by Tom Finkel
Before we knew it, we'd traded links to several dozen YouTube videos and figured it'd be selfish of us not to share them with RFT readers. The list got so long that this here is the first of two installments.
The sole criterion for inclusion: A song must have garnered airplay in St. Louis that outstripped its popularity in other corners of the planet. That's it.
Now, without further ado, and in no particular order, we'll get started...
Missouri, "Movin' On" If your band is called Missouri, everything you do is a KSHE classic by definition.
Barclay James Harvest, "Titles" A terrible, terrible idea -- string together all the Beatles song names you can think of -- yields a terrible, terrible song. And tomorrow it'll still be rattling around in your skull! (The video's awesome.)
Chilliwack, "Something Better" This Canadian band made a lot of records (sadly).
Foghat, "Slow Ride" Is it eligible for this list if it's on Guitar Hero? Oh, yes, yes, it is.
Aphrodite's Child, "The Four Horsemen" Think of Aphrodite's Child as a poor man's Emerson Lake and Palmer. All together now: "The leading horse is white. The second horse is red. The third one is a black. The last one is a green."
Nektar, "Show Me the Way" One of those classics that was big all over-- but ever so much bigger in STL.
Lighthouse, "One Fine Morning" There are bad songs, and there are bad songs. This song fits into the latter camp.
J.D. Blackfoot, "Song of Crazy Horse" J.D. Blackfoot might not make any other rock list, anywhere. But he makes this list twice! We'll start with this 'un.
Black Oak Arkansas, "Jim Dandy" Just think, if LaVern Baker hadn't topped the R&B charts with "Jim Dandy" in 1957, KSHE would never have drilled this truly awful Black Oak Arkansas cover through your brainpan.
Head East, "Never Been Any Reason"Would you like some affection before I leave again? A Champaign band? No. Fucking. Way. St. Louis, baby!
Albert Hammond, "Free Electric Band" You may not have heard of Albert Hammond. If you live outside of St. Louis, that is. You got to hand it to him, though -- dude wrote "It Never Rains in Southern California." Can't exactly call that a KSHE classic, though. On that score, we could just as easily have used "Smokey Factory Blues," but this live performance is precious. (Aside: His son is Albert Hammond Jr. of the Strokes.)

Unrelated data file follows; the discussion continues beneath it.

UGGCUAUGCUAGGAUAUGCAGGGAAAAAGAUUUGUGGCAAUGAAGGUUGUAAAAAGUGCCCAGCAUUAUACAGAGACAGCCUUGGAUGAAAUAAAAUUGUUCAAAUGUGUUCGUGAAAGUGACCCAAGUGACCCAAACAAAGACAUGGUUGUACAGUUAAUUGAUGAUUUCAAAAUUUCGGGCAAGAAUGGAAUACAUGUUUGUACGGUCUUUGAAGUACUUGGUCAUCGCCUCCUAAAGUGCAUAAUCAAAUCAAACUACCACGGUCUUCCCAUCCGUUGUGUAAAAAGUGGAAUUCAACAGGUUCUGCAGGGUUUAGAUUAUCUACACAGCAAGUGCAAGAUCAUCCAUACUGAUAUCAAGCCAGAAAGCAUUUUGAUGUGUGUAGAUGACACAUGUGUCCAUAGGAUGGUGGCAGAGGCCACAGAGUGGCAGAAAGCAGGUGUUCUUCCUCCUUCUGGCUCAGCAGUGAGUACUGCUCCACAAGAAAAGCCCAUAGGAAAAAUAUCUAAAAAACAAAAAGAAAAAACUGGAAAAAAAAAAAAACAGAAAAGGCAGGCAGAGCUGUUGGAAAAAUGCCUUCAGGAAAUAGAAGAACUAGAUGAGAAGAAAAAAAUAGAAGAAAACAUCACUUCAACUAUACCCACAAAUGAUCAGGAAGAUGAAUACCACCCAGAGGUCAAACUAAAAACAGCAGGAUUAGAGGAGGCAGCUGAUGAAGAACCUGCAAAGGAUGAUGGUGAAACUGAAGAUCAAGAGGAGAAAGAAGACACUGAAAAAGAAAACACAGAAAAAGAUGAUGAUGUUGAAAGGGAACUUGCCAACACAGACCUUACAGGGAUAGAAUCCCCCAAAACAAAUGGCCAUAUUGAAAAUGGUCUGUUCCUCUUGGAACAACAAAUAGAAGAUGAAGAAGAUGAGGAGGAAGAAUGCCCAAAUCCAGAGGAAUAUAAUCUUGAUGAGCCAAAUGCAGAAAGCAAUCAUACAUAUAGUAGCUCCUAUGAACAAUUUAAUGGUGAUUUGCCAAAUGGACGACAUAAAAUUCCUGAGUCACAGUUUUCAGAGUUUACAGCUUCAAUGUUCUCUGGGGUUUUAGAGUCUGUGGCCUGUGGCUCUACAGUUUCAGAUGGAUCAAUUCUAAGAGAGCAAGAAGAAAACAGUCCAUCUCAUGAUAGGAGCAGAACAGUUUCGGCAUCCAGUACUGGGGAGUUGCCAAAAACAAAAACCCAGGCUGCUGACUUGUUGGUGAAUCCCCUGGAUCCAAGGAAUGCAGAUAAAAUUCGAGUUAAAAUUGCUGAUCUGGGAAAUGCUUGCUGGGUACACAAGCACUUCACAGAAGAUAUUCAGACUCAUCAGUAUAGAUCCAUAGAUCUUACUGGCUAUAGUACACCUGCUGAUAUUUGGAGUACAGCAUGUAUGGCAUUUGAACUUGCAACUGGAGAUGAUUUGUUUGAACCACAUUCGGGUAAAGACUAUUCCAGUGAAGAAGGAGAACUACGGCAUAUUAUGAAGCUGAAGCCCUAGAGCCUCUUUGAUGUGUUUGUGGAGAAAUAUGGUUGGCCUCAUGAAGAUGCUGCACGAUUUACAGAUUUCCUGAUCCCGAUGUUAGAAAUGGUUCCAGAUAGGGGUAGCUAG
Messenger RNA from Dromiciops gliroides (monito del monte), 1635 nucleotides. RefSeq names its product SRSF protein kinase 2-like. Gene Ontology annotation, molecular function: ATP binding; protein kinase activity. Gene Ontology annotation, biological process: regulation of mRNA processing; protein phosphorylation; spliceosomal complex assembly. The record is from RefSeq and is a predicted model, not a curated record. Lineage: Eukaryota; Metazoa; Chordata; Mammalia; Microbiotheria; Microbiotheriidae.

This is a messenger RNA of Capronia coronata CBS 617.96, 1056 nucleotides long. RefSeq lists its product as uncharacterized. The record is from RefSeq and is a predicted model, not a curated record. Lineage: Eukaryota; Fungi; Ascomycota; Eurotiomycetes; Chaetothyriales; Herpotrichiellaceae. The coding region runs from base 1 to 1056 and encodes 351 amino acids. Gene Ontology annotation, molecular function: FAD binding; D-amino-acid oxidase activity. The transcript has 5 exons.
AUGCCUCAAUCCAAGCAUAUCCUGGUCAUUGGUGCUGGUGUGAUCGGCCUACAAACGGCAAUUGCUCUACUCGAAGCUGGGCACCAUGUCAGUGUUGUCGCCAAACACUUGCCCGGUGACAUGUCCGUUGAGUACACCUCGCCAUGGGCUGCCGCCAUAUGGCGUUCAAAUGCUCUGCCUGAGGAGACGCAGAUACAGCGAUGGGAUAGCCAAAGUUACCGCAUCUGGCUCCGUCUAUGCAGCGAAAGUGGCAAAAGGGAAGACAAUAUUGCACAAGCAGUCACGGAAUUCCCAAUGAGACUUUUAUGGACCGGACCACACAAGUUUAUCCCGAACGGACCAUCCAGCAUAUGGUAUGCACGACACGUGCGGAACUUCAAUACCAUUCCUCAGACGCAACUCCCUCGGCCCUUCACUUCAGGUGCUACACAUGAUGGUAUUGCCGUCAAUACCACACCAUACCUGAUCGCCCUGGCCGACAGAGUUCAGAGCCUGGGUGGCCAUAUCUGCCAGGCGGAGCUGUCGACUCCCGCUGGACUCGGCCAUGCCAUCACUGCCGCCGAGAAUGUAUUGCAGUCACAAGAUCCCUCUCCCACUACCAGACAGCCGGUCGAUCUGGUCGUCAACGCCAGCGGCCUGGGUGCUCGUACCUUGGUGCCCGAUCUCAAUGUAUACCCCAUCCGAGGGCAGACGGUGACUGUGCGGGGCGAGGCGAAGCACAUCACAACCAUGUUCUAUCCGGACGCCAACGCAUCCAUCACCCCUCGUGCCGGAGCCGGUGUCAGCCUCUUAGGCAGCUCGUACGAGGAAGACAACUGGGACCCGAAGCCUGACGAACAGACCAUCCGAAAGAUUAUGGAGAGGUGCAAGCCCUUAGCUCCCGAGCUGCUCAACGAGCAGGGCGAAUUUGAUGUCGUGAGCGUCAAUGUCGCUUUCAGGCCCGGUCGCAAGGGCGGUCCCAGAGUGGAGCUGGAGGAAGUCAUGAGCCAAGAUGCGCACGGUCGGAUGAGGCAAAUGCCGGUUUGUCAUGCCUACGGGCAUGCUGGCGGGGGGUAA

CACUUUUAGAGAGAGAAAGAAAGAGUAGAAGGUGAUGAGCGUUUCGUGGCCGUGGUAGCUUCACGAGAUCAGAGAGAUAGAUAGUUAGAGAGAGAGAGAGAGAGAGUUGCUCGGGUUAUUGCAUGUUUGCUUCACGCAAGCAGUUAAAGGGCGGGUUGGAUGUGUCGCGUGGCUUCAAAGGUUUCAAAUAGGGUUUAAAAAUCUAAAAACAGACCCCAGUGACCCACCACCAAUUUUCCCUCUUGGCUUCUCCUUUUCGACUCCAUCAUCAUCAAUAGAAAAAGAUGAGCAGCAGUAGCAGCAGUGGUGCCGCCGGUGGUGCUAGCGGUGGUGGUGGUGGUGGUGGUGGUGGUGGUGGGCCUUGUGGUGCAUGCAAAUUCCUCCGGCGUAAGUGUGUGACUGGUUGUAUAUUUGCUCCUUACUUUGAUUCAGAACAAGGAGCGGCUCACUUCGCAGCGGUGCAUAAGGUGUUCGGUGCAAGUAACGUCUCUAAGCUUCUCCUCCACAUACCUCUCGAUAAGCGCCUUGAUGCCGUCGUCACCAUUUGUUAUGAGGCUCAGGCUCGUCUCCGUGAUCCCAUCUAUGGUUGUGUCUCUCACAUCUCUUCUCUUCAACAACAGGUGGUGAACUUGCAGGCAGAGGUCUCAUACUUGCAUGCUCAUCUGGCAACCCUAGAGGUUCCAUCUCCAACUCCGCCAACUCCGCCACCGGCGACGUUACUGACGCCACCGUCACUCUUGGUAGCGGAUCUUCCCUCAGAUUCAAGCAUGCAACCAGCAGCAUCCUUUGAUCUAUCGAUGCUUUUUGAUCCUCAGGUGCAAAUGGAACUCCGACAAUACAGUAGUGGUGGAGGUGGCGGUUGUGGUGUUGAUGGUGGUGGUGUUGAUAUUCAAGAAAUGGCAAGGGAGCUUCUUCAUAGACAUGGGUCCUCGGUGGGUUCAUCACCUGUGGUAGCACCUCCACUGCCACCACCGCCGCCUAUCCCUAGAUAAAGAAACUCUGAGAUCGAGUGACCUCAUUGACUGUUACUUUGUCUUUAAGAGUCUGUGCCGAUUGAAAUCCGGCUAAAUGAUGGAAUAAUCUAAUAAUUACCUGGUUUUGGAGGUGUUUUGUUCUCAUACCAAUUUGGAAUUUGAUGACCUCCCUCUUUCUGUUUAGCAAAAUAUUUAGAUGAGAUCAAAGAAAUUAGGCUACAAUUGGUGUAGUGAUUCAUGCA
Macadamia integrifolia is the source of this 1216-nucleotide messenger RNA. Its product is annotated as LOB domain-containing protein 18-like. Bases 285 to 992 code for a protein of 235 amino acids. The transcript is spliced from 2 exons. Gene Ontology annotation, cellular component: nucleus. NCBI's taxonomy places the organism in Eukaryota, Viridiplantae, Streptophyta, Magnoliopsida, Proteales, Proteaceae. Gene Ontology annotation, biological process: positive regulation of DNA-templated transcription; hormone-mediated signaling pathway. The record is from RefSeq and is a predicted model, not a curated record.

Elvin Bishop, "Travelin' Shoes" Performed live, on In Concert in 1974. Gonna get Hank Aaron's baseball bat and tenderize her head.
Mama's Pride, "Blue Mist" Overplayed then. Now? A guilty pleasure. Gotta love the Pride.
Rainbow, "Stone Cold" [embedding disabled] Painful as it is, this list wouldn't be complete without a Rainbow cut. Ritchie Blackmore's second great band deserves better than a second-rate, pop-radio song as its epitaph. Such is life.
Ram Jam, "Black Betty" Someone did this to Leadbelly. That took cojones.
Pure Prairie League, "Two Lane Highway" Sweet Jesus, this was just plain awful.
Pavlov's Dog, "Natchez Trace" Perhaps Pavlov's Dog was a band ahead of its time? If so, its time still hasn't arrived.
Boz Scaggs, "Loan Me a Dime" Bear in mind, y'all, it doesn't have to be execrable to be a KSHE classic. Boz Scaggs' version of "Loan Me a Dime," recorded with the legendary studio crew in Muscle Shoals -- including Duane Allman -- is a tour de force. It also clocks in at 12 minutes plus, which means you weren't gonna hear it on the radio. Unless your radio was tuned to KSHE. Here's Boz with the Allmans earlier this year. (Bonus link: A performance by Fenton Robinson, who wrote the song.)
Camel, "Lady Fantasy" Vintage prog rock at its proggiest.
Pousette-Dart Band, "Amnesia" FTW!
That's all for now. Tune in tomorrow for Anyone ready for Part 2?